The degree and type of hearing loss appearing in newborns varies. Autosomal recessive loss of hearing results from mutations of the gene GJB2 estimated at 20 percent of all congenital hearing loss. Variations in the severity of hearing loss are there, but severe hearing loss that occurs early in life is usually prelingual.

Research has found three genes associated with autosomal hearing loss are WFS1, COCH, and MYO7A. WFS1 mutations affect hearing at higher frequencies, Hearing remains normal in lower frequencies. For those facing mutations in the MYO7A gene, hearing loss is progressive and gradual, manifesting in the first ten years of life. For those facing mutations in the COCH gen-three, hearing loss commences in the 20s and while progression is variable, complete deafness takes place 20-30 years after this.

#6 Acquired Hearing Loss

Acquired hearing loss is sudden, gradual in onset and is caused by a variety of health conditions, exposures or diseases, including mumps, measles, meningitis, and otosclerosis. Otosclerosis or the progressive fusion and melding of ossicles of the middle ear, chronic ear infections, inflammatory or autoimmune disorders, infection or fluid in the ear or otitis media are some other conditions impacting hearing. Also, perforation or thick tympanic membranes or rupture of this eardrum and the use of antibiotics, chemotherapeutic or antimalarial medicines. Head injuries or other trauma and exposure to long-term noise are also reasons for hearing loss. Cerumen or earwax or even foreign obstructions in the ear canal and aging or presbycusis are also causes of acquired hearing loss.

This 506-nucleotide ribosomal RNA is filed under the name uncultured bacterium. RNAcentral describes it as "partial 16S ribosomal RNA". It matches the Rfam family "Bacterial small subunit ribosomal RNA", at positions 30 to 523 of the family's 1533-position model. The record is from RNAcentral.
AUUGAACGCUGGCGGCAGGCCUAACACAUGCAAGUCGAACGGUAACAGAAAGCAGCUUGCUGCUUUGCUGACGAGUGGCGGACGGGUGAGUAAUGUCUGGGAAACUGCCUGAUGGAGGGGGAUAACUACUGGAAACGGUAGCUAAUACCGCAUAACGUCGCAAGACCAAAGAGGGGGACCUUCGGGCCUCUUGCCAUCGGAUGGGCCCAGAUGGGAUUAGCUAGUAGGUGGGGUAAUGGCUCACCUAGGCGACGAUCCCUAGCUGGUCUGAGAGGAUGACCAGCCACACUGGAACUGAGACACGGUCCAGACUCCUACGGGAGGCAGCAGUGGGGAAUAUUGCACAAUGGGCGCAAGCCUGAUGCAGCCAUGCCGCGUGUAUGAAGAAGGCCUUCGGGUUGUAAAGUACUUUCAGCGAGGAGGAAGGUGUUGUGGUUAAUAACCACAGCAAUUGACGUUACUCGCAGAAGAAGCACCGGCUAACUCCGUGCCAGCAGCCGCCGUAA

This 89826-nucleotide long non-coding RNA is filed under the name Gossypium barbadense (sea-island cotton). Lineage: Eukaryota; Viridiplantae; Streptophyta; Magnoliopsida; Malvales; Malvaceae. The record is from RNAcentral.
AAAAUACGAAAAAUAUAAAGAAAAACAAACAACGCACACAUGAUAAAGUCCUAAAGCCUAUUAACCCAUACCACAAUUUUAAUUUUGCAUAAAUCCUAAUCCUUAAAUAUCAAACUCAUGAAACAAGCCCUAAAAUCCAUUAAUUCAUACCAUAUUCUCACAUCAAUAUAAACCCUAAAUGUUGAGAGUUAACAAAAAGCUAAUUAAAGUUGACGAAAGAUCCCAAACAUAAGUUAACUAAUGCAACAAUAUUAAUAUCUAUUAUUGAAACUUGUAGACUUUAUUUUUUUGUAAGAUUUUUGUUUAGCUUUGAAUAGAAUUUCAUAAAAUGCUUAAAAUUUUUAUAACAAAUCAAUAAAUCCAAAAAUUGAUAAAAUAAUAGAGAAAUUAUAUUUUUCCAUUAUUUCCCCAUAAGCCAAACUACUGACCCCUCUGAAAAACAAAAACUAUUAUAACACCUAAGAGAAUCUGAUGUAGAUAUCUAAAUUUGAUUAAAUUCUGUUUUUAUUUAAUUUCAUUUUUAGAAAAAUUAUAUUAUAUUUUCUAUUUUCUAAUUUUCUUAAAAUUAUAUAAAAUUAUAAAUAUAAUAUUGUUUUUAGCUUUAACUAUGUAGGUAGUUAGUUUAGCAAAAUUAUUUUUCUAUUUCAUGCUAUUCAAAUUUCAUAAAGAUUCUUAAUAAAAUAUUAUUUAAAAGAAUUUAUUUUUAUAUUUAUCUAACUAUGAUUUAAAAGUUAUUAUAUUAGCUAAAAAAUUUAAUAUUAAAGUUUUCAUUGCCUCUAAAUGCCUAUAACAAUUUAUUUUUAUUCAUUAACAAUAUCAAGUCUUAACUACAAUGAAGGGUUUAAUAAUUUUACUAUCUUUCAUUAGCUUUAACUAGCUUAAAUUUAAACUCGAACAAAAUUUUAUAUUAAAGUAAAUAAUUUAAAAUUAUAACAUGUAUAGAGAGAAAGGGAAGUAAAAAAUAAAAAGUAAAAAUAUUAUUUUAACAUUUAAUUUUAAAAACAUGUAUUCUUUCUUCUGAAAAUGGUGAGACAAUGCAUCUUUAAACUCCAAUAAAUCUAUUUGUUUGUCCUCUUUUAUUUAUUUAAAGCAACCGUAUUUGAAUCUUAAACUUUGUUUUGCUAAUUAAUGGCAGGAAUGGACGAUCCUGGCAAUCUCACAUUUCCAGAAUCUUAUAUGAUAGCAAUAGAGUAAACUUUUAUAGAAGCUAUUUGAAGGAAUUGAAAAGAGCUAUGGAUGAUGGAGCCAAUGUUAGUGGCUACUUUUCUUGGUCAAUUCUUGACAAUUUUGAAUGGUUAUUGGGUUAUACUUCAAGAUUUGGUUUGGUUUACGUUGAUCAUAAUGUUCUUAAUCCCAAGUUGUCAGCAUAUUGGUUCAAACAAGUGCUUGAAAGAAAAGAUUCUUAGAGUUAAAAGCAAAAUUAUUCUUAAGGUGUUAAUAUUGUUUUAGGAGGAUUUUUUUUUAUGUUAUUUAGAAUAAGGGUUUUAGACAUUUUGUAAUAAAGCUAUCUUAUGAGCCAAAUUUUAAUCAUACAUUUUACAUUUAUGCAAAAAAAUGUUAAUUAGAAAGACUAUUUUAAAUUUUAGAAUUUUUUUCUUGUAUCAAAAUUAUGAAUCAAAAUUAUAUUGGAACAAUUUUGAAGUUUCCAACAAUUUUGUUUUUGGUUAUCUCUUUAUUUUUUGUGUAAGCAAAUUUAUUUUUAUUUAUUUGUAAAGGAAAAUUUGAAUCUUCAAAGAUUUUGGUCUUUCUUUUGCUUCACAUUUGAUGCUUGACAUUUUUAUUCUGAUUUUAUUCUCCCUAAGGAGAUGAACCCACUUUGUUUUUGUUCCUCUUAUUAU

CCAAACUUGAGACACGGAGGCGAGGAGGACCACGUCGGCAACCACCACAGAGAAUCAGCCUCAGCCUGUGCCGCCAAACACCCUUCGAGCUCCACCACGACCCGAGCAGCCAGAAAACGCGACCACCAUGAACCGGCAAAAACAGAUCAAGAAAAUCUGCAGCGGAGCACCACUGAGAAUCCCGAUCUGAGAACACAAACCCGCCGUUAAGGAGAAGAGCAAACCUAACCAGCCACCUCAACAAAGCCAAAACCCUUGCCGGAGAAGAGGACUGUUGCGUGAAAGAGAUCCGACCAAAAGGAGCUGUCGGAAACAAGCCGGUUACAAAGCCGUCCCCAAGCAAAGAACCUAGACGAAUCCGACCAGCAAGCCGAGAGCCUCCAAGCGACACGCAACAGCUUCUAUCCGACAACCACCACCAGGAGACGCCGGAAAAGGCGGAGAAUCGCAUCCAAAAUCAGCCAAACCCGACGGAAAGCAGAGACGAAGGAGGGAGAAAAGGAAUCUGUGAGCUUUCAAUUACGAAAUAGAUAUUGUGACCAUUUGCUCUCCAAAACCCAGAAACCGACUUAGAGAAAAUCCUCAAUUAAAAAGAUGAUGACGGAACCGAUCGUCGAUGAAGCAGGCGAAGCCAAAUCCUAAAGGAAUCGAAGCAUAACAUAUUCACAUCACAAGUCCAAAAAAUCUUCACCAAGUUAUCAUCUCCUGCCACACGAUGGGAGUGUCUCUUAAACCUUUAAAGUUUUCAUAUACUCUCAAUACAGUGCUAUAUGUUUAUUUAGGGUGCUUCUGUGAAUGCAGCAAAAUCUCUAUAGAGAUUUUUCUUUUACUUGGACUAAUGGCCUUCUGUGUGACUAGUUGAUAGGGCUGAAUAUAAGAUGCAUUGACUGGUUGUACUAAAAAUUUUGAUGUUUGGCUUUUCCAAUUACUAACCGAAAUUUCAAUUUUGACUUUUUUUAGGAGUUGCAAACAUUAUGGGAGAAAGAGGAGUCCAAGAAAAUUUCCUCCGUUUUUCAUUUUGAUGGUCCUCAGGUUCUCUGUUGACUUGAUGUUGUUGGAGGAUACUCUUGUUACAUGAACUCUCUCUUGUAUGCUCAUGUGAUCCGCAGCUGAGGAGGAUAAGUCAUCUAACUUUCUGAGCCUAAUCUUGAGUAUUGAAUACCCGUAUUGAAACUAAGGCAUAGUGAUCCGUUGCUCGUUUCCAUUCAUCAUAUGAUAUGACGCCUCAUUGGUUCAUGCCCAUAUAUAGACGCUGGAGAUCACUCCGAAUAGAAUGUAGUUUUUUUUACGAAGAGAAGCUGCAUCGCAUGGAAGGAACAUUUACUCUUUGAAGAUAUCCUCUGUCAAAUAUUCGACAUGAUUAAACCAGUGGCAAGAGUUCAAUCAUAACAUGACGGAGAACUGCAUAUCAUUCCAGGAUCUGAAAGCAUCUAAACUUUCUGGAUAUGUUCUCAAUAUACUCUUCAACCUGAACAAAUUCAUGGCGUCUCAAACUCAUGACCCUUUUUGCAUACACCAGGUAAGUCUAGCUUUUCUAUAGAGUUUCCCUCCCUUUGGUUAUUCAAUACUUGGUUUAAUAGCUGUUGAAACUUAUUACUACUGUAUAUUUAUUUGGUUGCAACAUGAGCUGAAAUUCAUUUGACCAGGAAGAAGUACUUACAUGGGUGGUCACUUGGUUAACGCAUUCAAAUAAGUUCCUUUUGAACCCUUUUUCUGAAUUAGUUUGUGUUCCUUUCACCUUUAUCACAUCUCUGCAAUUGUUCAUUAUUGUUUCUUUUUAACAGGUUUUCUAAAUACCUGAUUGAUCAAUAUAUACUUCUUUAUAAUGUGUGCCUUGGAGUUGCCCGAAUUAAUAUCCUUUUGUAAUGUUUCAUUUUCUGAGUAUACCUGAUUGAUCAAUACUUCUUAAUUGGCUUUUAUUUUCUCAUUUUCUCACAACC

#7 Lifestyle and Social Factors

Indicators of high SES status such as levels of education or professional occupational categories are linked to lower chances of hearing loss or rate of decline in many studies. Generational differences in educational attainment have explained birth cohort effects on the prevalence of hearing loss; the impact of the birth year was attenuated in the research.

No cohort studies have reported an association between alcohol intake and hearing loss. However, current smokers have a 31 percent raised risk of developing hearing loss in 15 years of follow up. The risk of hearing the loss in those who stopped smoking is the same as those who never smoked. Cigarette smoking is not linked with 5 or 10-year risks of developing hearing loss in this cohort, indicating efforts accrue gradually.

#8 Health Conditions

Population-based cohort studies found no link between hypertension and BP and the risk of hearing loss. Higher systolic BP was found associated with hearing the loss in healthier cohorts. Hypertension was also linked with a faster gall in hearing acuity. Further, obesity and central adiposity are also linked to hearing loss. Numerous longitudinal studies have found waist circumference or obesity, a marker of central adiposity, as well as insulin resistance and cardiovascular risks, are linked with increased chances of hearing losses. Larger waist circumference in younger individuals and obesity in older adults showed faster deterioration in hearing. One study even found 8% increased the risk of hearing loss for every additional waist circumference of 10 cms. BMI was associated with a higher 5-year risk of hearing loss. More research has found body mass index and larger waist circumference was linked with self-reported hearing deficits.

A lot of cross-sectional studies have reported a higher prevalence of hearing problems among individuals with diabetes. Highly elevated levels of glycosylated hemoglobin levels are linked with 2-fold increased chances of developing hearing loss during the fifteen years follow up. Cardiovascular disease risk factors and processes are involved in hearing loss linked to aging. One study even found that the intima-media thickness of the carotid artery is associated with hearing loss and linked to arteriosclerosis or thickening and blockage of the arteries. Developing hearing loss rose by 28 percent for 0.2mm increase in thickness of the intima-media. The plaque was also associated with an increased risk of hearing loss.